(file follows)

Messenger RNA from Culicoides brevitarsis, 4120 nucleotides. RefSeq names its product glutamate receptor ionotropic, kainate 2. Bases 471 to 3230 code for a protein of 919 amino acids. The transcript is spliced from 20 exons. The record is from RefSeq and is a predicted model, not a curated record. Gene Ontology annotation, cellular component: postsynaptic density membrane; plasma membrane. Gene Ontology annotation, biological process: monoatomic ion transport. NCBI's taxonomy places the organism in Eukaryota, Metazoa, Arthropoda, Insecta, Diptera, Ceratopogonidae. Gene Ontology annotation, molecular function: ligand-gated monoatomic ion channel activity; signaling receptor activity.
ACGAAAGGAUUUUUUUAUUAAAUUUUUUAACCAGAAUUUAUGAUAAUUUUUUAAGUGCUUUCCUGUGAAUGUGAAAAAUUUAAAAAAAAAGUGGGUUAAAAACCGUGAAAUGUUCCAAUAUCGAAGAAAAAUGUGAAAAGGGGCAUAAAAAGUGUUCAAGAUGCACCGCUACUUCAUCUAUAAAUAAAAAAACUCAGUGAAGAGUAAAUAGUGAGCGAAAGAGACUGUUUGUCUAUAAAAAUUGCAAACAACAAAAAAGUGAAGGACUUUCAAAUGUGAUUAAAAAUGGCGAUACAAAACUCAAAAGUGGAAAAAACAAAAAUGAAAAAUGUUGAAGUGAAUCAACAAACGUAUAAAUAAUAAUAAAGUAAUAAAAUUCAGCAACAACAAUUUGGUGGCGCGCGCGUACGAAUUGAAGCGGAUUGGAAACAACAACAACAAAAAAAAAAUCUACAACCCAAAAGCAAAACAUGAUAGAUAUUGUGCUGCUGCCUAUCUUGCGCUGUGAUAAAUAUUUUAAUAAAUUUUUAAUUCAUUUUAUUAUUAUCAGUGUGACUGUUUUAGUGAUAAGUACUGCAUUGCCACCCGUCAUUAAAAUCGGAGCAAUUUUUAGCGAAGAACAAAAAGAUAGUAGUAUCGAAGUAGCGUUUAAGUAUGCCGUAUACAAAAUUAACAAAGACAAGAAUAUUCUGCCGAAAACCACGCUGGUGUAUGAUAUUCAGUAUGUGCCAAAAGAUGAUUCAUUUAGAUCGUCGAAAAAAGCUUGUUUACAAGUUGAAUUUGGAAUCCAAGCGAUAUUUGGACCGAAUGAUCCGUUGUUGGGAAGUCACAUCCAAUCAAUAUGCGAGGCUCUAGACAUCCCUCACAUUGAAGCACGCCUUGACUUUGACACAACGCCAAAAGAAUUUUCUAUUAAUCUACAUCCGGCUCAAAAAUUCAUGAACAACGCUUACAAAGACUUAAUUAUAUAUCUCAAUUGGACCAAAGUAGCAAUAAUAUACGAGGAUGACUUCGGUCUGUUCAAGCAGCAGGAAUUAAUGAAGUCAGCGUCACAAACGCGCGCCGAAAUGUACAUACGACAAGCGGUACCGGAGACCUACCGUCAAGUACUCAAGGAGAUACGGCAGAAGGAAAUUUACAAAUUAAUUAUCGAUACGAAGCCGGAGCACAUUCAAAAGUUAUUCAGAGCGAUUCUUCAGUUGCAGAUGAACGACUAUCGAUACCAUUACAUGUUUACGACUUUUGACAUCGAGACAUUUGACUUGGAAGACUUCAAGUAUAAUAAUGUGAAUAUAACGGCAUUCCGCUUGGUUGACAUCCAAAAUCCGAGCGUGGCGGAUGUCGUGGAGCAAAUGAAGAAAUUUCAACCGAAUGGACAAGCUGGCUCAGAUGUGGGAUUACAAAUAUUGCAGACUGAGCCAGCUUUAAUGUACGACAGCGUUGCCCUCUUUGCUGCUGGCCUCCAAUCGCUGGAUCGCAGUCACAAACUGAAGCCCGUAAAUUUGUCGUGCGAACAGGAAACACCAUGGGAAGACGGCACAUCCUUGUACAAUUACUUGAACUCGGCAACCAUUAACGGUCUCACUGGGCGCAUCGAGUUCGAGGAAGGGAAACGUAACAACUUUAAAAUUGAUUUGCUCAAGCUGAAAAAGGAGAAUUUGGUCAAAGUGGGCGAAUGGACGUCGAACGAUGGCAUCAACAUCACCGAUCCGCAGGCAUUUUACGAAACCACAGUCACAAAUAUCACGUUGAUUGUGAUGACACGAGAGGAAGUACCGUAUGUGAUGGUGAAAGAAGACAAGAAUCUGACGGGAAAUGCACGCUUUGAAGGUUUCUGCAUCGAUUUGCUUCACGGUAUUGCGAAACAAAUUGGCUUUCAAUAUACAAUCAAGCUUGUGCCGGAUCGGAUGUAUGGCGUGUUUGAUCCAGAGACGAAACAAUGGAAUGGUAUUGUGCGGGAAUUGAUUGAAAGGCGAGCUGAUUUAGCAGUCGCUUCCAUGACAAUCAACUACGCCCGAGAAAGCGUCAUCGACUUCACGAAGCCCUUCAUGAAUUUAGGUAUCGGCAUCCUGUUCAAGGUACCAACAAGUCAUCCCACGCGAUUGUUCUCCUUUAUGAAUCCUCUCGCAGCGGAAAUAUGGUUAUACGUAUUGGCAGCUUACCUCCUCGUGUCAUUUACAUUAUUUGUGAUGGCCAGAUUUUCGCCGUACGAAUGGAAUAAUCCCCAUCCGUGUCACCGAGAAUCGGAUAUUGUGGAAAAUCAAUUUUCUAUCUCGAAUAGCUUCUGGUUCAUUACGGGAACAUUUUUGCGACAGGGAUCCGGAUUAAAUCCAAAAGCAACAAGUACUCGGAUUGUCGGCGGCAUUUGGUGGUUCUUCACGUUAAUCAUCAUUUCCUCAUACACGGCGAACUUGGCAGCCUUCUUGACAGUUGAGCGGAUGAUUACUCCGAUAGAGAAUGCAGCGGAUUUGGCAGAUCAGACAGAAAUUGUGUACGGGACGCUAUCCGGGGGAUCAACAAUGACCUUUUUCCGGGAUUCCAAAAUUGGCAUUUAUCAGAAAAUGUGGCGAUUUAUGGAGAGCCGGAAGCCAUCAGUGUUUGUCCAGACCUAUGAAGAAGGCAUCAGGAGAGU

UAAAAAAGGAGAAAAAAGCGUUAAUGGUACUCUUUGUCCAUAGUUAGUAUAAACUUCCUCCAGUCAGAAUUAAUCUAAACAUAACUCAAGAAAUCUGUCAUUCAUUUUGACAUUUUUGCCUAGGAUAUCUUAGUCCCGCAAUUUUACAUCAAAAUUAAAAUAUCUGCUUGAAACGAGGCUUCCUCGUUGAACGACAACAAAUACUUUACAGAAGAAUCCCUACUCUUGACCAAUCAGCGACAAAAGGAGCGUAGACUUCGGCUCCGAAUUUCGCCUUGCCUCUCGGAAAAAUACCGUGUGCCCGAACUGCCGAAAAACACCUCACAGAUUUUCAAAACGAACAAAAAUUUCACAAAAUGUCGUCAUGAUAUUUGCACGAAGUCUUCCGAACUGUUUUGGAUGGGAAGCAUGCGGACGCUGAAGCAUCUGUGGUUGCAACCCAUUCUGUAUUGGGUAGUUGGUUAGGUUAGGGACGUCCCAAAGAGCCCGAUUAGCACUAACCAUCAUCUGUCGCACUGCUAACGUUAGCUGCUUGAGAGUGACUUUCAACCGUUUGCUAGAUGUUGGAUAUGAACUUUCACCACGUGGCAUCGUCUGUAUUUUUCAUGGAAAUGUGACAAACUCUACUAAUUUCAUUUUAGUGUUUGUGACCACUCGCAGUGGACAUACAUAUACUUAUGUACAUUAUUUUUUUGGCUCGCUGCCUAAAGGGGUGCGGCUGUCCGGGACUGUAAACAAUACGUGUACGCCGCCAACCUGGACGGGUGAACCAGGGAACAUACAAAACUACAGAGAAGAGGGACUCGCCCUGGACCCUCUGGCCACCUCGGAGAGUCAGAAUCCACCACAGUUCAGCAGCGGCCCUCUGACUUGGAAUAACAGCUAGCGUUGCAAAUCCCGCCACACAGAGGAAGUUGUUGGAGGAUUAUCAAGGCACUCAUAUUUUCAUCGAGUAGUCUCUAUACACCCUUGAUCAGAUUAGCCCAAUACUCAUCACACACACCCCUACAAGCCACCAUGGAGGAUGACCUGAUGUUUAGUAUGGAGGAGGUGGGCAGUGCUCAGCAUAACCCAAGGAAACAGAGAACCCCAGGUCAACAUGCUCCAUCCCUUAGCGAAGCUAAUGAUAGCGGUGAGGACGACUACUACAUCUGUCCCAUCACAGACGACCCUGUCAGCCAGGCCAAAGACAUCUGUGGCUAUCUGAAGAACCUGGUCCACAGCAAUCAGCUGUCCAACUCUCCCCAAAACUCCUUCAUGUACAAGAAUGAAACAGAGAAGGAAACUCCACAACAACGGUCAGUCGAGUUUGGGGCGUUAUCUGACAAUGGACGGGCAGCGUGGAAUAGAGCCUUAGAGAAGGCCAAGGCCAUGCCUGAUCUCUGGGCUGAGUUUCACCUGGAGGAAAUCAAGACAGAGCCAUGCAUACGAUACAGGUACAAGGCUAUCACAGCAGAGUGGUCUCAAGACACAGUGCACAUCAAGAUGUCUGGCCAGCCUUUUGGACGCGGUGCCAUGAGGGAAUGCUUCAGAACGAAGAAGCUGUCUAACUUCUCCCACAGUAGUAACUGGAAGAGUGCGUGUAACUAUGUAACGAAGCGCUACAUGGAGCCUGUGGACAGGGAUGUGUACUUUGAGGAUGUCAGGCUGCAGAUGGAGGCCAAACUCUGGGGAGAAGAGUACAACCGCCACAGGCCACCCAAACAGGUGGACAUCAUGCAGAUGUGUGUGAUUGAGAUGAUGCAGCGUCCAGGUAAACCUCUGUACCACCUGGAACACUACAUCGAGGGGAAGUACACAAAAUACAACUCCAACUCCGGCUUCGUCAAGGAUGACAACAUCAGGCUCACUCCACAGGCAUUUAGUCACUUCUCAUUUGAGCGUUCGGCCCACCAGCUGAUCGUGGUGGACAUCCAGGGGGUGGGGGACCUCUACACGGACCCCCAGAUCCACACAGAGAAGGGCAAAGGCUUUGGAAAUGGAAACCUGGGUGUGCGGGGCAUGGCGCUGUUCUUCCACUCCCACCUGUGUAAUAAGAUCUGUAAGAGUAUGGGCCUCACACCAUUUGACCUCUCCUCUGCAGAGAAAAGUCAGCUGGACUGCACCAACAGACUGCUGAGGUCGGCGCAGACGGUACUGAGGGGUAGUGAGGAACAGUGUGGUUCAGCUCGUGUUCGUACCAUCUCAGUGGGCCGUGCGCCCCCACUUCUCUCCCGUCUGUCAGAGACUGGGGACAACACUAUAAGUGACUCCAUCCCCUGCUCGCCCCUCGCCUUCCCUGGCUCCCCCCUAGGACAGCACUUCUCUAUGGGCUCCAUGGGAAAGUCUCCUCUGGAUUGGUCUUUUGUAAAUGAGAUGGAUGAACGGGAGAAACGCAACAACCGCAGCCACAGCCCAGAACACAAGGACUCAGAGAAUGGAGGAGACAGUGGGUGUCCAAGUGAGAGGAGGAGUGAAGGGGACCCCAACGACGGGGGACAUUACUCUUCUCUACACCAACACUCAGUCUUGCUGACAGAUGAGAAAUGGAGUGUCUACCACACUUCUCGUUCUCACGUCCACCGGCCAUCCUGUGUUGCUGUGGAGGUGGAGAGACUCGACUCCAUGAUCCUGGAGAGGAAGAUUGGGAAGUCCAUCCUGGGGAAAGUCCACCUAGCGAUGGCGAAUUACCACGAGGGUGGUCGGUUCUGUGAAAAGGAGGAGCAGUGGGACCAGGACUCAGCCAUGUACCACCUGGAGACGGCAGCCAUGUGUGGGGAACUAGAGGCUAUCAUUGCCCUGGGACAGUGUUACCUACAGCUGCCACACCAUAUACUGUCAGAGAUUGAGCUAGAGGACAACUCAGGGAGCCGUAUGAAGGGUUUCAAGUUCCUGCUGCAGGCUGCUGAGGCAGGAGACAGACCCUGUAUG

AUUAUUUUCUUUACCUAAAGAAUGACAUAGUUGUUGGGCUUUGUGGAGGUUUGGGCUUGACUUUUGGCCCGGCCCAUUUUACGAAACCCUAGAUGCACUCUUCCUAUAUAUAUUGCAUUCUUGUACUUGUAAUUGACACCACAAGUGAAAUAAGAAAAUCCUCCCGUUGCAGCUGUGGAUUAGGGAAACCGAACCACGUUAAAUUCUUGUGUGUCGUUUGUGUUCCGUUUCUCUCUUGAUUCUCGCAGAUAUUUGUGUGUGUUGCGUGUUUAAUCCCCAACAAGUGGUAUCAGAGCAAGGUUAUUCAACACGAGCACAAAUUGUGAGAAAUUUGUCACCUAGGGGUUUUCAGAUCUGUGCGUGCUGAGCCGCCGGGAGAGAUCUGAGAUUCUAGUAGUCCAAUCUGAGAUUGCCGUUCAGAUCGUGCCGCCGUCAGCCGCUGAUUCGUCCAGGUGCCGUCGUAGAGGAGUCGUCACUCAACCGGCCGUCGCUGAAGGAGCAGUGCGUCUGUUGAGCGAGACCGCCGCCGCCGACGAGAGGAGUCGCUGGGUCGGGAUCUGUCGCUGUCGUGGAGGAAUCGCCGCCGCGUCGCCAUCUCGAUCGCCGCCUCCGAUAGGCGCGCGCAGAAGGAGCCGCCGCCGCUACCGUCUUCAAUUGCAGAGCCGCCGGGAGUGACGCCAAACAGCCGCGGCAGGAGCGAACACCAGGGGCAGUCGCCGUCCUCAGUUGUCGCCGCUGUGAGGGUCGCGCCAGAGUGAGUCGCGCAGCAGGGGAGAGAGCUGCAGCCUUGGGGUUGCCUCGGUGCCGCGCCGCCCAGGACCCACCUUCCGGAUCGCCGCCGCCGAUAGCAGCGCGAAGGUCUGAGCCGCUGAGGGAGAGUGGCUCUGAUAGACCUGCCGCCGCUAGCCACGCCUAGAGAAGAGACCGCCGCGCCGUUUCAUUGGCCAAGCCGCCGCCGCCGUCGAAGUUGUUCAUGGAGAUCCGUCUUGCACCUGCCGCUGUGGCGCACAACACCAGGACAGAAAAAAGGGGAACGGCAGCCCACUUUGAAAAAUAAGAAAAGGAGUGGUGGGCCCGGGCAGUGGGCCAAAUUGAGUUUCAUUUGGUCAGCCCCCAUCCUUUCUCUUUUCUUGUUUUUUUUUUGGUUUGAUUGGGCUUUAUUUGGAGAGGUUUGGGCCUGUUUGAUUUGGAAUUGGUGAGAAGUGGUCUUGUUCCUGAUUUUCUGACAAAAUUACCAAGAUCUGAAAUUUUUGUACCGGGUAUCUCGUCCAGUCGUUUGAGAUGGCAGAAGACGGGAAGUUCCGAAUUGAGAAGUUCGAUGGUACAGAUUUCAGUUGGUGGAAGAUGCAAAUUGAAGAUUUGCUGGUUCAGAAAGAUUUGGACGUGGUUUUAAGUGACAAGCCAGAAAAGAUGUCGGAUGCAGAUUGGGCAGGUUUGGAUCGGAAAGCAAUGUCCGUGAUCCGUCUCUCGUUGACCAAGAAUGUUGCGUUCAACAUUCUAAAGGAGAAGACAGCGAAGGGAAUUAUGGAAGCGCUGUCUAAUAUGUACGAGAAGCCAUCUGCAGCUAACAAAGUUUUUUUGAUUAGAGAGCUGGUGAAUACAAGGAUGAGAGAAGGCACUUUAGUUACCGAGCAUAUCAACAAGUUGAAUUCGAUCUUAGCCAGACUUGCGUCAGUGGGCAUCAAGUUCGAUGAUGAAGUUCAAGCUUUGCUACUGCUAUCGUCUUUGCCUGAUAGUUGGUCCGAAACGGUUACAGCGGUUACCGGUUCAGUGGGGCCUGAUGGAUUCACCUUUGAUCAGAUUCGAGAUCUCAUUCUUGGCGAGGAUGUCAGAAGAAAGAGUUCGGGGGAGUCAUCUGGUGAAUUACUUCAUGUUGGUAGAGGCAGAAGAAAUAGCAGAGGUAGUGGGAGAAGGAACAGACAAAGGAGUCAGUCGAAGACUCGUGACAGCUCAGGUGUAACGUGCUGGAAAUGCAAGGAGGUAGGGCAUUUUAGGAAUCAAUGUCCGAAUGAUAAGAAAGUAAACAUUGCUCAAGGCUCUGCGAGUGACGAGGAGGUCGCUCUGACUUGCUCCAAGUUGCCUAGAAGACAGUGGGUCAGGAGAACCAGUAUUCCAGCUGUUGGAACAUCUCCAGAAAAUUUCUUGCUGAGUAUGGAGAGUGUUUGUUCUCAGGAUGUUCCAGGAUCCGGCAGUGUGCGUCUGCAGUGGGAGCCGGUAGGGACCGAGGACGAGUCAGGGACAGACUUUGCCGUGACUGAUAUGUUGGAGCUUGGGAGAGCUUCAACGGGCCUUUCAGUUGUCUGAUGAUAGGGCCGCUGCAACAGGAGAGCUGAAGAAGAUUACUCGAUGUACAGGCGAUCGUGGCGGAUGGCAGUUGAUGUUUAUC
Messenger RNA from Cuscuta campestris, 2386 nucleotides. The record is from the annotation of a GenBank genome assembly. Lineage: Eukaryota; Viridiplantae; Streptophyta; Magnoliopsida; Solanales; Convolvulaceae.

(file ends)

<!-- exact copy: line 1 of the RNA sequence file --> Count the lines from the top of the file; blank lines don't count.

Messenger RNA from Culicoides brevitarsis, 4120 nucleotides. RefSeq names its product glutamate receptor ionotropic, kainate 2. Bases 471 to 3230 code for a protein of 919 amino acids. The transcript is spliced from 20 exons. The record is from RefSeq and is a predicted model, not a curated record. Gene Ontology annotation, cellular component: postsynaptic density membrane; plasma membrane. Gene Ontology annotation, biological process: monoatomic ion transport. NCBI's taxonomy places the organism in Eukaryota, Metazoa, Arthropoda, Insecta, Diptera, Ceratopogonidae. Gene Ontology annotation, molecular function: ligand-gated monoatomic ion channel activity; signaling receptor activity.